Haptic Augmented Reality

Yesterday, I've stumbled upon the following paper - "Haptic Augmented Reality: Modulation of Real Object Stiffness" (Jeon and Choi), presented last week in the Eurohaptics conference, and thought it is an interesting idea. In the paper, the researcher use a pen like tool to change how stiff objects feel, as a first step for a more general haptic AR.

Suppose that you are drawing something on a table with a penshaped
tool in your hand. Would it be possible that you may feel as
if you were drawing on a smooth piece of paper with a ball-point
pen or on a soft rubber pad with a marker? The tool may also guide
your hand to teach the art of East Asian calligraphy, preferably with
the feel of using a calligraphy brush on a piece of traditional East
Asian paper. Creating such haptic illusions belongs to the realm of
haptic augmented reality, although how to is yet to be researched.

Being so familiar with visual AR, I had hard time thinking of use-cases for haptic AR (apart from the one given in the paper above). For a while, I thought it shouldn't deserve to be called augmented reality. Then, two ideas popped to my head -
  • The magnifier glass can be considered as one of the first AR devices, allowing us to see details beyond our normal perception. How about a magnifier glass for the sense of touch? Using a special glove, one would be able to feel every small imperfection in any surface. It can be a wonderful device for antique dealers.
  • Haptic advertisements. In the last year we saw tons of ads augmented using visual AR techniques, it could be the same for haptic AR. Think about an ice-cream ad that feels cold, about an ad for a tropic resort that feels hot or about a stand-up club having tickly ad.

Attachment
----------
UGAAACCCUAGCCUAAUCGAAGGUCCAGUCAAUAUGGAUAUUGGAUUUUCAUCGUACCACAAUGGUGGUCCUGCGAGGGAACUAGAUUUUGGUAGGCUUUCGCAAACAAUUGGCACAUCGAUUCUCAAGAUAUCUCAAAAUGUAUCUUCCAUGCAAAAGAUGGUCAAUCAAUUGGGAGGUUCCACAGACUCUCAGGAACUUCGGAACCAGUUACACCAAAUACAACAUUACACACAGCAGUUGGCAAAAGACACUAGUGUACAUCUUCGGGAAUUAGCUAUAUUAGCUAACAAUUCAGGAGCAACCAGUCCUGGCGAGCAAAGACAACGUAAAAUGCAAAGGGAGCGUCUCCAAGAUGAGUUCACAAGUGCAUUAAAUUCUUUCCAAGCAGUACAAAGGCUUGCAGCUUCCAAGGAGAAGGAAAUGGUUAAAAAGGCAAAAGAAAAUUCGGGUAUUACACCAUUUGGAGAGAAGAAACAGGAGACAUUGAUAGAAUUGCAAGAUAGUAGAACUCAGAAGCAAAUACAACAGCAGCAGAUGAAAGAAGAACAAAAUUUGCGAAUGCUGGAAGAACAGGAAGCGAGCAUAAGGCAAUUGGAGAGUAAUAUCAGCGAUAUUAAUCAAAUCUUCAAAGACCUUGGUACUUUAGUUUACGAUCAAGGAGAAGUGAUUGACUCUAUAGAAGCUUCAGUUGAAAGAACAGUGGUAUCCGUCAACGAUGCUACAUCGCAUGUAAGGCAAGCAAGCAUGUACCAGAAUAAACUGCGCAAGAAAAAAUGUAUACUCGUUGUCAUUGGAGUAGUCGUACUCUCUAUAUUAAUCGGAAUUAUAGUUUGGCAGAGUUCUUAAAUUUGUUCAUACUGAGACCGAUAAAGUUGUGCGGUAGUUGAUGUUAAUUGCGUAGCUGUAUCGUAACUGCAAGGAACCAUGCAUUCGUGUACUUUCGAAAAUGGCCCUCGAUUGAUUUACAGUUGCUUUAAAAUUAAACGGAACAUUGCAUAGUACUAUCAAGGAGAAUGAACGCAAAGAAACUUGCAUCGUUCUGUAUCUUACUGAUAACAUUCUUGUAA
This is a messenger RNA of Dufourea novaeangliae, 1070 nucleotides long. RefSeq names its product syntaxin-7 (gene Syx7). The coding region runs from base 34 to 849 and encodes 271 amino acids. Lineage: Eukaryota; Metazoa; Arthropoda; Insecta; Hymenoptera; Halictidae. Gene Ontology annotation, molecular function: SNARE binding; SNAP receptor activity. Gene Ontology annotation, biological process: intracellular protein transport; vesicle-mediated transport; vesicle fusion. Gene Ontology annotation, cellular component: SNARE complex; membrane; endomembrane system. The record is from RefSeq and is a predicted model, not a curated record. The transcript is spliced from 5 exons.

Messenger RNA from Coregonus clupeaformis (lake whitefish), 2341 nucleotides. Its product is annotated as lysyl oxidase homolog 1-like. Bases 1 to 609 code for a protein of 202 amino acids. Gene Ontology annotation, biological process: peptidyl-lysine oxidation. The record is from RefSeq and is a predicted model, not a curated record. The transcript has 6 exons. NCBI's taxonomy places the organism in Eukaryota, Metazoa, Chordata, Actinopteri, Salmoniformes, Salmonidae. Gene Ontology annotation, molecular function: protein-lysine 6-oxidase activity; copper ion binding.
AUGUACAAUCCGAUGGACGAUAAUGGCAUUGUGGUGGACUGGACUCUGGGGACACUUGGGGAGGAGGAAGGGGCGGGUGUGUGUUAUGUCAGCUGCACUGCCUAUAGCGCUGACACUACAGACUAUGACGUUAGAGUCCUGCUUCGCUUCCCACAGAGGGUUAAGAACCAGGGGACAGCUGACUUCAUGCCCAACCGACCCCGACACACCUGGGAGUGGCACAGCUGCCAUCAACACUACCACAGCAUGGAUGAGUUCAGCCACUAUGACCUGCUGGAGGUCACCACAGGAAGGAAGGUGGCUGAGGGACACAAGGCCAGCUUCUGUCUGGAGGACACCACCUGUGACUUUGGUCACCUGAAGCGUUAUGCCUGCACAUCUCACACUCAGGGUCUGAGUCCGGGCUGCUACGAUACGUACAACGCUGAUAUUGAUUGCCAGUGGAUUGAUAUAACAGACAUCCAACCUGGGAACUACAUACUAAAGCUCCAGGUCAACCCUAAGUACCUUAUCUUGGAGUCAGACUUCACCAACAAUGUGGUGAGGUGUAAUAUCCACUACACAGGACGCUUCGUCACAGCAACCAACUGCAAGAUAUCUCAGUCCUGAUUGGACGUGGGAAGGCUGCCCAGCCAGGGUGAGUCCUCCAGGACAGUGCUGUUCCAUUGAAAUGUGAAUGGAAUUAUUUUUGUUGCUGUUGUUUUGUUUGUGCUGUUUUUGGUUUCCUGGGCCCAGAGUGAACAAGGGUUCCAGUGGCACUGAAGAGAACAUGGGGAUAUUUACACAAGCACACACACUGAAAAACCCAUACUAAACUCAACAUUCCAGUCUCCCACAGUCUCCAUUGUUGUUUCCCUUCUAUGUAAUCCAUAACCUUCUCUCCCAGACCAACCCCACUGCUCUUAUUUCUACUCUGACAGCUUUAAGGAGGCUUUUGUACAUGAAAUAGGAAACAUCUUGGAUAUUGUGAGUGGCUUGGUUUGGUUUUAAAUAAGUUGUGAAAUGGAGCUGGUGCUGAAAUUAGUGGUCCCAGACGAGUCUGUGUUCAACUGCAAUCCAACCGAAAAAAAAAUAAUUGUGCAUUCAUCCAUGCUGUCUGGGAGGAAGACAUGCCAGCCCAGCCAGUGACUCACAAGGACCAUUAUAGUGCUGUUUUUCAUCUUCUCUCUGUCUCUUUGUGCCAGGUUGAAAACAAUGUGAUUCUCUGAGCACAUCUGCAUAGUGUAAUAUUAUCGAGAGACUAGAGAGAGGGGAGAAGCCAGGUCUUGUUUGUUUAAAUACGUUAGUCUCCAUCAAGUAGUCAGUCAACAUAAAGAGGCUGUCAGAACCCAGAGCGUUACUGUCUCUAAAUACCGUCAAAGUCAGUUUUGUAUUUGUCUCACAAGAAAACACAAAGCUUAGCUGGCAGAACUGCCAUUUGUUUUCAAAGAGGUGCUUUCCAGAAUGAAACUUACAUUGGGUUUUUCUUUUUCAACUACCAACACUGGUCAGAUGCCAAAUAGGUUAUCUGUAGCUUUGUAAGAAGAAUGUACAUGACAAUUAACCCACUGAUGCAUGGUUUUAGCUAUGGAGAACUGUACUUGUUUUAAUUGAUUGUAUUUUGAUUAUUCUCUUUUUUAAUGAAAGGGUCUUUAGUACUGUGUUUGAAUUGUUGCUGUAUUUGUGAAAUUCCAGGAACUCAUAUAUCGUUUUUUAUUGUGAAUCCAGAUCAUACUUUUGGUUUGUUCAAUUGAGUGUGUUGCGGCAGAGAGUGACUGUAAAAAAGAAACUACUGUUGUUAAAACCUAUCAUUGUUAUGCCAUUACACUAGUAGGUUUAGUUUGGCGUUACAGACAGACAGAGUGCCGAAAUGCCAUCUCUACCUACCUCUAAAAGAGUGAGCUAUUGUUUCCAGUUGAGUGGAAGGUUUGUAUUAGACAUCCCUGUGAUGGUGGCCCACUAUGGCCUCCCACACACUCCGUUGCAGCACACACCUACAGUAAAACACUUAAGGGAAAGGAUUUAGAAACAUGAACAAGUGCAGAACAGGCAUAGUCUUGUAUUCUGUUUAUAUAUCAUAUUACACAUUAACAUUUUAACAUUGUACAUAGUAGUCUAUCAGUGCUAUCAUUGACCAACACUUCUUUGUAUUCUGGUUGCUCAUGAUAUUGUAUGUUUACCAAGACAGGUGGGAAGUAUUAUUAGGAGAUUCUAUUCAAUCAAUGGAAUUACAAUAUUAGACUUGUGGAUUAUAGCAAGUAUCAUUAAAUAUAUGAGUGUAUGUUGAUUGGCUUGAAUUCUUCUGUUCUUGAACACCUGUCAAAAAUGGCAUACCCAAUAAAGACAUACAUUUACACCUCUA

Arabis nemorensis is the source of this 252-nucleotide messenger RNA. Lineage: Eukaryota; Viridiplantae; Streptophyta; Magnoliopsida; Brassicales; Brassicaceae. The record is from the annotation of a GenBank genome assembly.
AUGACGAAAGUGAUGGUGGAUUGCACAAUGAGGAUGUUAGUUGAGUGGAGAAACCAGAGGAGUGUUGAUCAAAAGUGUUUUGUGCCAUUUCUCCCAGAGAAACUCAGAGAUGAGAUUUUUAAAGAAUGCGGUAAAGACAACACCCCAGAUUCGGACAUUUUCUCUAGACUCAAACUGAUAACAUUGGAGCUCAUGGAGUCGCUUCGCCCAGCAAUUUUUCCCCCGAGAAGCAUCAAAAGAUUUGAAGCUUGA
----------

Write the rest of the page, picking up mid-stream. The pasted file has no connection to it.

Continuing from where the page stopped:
What do you think, is that augmented reality? Do you have ideas for haptic AR? If so, don't be shy, and add a comment!

Weekly Linkfest

Some other augmented reality news from around the web:
And we could not avoid embedding videos of two of the augmented reality games presented at the Game Development Conference (Ori was first to report about those two):
  • Killing zombies on Nvidia's Tegra (by Georgia Tech):

  • PIT Strategy, an augmented reality board game, by Beyond Reality

Oxford Augments your Museum Visit

I know, I used the "* Augments your Museum Visit" template just yesterday. However, unlike Alcatel-Lucent, Oxford really does have a working technology demo to brag around with. Robert Castle of the Active Vision Labratory at Oxford University has posted a few videos earlier this week showcasing his "Parallel Tracking and Multiple Mapping" technique for augmented reality. In a nutshell (and I can't say I understand it in any deeper sense), this technique uses SIFT for object identification and SLAM for camera tracking, in order to identify and augment the current scene.
This technique has won the ISMAR 2008 tracking competition, and the best paper award at ISWC 2008. Apart from that, the following video is cool -